Here are 10 inspiring lessons you can learn from their journeys to the top.
"Dreaming is one of humanity's greatest gifts; it champions aspiration, spurs innovation, leads to change, and propels the world forward," says Branson, in a blog post published earlier this year. "In a world without dreams there would be no art, no adventure, no moon landing, no female CEOs, and no civil rights. "What a half-lived and tragic existence we would have."
"The benefits of dreaming far outweigh the perceived risks, because the value of dreaming isn't just measured by the outcome, but the inspiration that comes from journey of achieving the dream."
When Facebook launched the News Feed feature in 2006, protesters demanded that the social networking site return to its earlier state. Zuckerberg is proud of his team for not caving to popular opinion.
"One of the things I'm most proud of about Facebook is that we believe things can always be better, and we're willing to make big bets if we think it will help our community over the long term," writes the CEO. "News Feed has been one of the big bets we've made in the past 10 years that has shaped our community and the whole internet the most."
When Branson wrote about the closing of the Virgin American brand, he celebrated the process of building the airline: "This was the ride and love of a lifetime. I feel very lucky to have been on it with all of you."
Jobs had a reputation for being ruthless, but Kara Swisher, the executive editor of Recode, says that was a result of his obsession with perfection.
"People used to say he was heartless," says Swisher, talking to Tim Ferriss, author of "Tools of Titans" and "The 4-Hour Workweek," on his podcast, "The Tim Ferriss Show." She sees it differently: "I think he had too much heart. You know what I mean? He cared too much. He had so much heart that he just couldn't stand it when things weren't right."
After emotionally sensitive user content was removed by the Facebook content regulation algorithm earlier this year, Zuckerberg apologized publicly.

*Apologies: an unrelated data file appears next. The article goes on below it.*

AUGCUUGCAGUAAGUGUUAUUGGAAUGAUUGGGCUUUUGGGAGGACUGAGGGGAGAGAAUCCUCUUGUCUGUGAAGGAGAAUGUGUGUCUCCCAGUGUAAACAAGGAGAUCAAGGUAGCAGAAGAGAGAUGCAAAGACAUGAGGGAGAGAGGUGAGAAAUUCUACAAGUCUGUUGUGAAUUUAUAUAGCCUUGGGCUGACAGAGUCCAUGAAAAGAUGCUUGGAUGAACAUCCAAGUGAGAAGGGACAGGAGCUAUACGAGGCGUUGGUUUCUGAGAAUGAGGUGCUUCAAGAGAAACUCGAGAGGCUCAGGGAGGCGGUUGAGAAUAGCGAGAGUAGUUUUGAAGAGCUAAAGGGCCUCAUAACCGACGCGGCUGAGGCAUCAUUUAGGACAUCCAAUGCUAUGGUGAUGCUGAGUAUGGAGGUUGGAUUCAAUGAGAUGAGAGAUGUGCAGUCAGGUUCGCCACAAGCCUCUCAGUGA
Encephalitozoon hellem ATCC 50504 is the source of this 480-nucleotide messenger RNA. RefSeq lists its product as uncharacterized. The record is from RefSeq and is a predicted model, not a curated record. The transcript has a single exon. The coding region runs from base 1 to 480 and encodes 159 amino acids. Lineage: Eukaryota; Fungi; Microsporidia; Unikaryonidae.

"We've seen this in misclassifying hate speech in political debates in both directions — taking down accounts and content that should be left up and leaving up content that was hateful and should be taken down," says Zuckerberg on his Facebook account. "This has been painful for me, because I often agree with those criticizing us that we're making mistakes."
"The barrier to change is not too little caring; it is too much complexity. To turn caring into action, we need to see a problem, see a solution, and see the impact. But complexity blocks all three steps," the co-founder of Microsoft said in his 2007 Harvard commencement address.
"Finding solutions is essential if we want to make the most of our caring," Gates said. "If we have clear and proven answers anytime an organization or individual asks, 'How can I help?,' then we can get action and we can make sure that none of the caring in the world is wasted. But complexity makes it hard to mark a path of action for everyone who cares, and that makes it hard for their caring to matter."
"He had a focus that was unlike any other," says Tim Cook, as explanation for why Steve Jobs was the person who influenced him most. What allowed the legendary CEO of Apple to focus so intently was his ability to prioritize, says Cook: "His thinking was so pure. He wasn't trying to maximize his wealth, or anything else."
The co-founder of Paul Mitchell hair products and Patron Tequila is a billionaire now, but early on in his life, he was homeless and collecting cans for money.
His best advice for entrepreneurs is to build a business in an industry that doesn't require lots of persuading buyers. Instead, he seeks out products or services that will become part of a customer's routine.
"You don't want to be in the selling business," DeJoria says. Instead, you want to be in the reorder business, where "your product or service is so good, people want to reorder it or reuse it."
Branson has four young grandchildren, three toddlers and one newborn, he says in a blog post. "I've been thinking a lot about the meaning of life and about the things that I want to teach them so that they live the best life possible," Branson says.
The Virgin founder and chairman says he keeps coming back to a quote from the children's book "Happy Birthday to You!" by Dr. Seuss: "Today you are You, that is truer than true. There is no one alive who is You-er than You!"
Branson suffers from dyslexia. He has had to learn to embrace his uniqueness, rather than allow it to be an impediment. "Yourself is always the best version of you — and being yourself is among the best advice I have ever received," says Branson.
"My mother, who was filled with pride the day I was admitted here, never stopped pressing me to do more for others," Gates told the Harvard graduating class. "A few days before my wedding, she hosted a bridal event at which she read aloud a letter about marriage that she had written to Melinda. My mother was very ill with cancer at the time, but she saw one more opportunity to deliver her message, and at the close of the letter she said, 'From those to whom much is given, much is expected.'"
Gates listened to his mother. He is one of the founding members of The Giving Pledge, through which wealthy individuals commit to donating more than half of their fortunes. He is also the co-founder of the Bill and Melinda Gates Foundation, which works to lift children out of extreme poverty.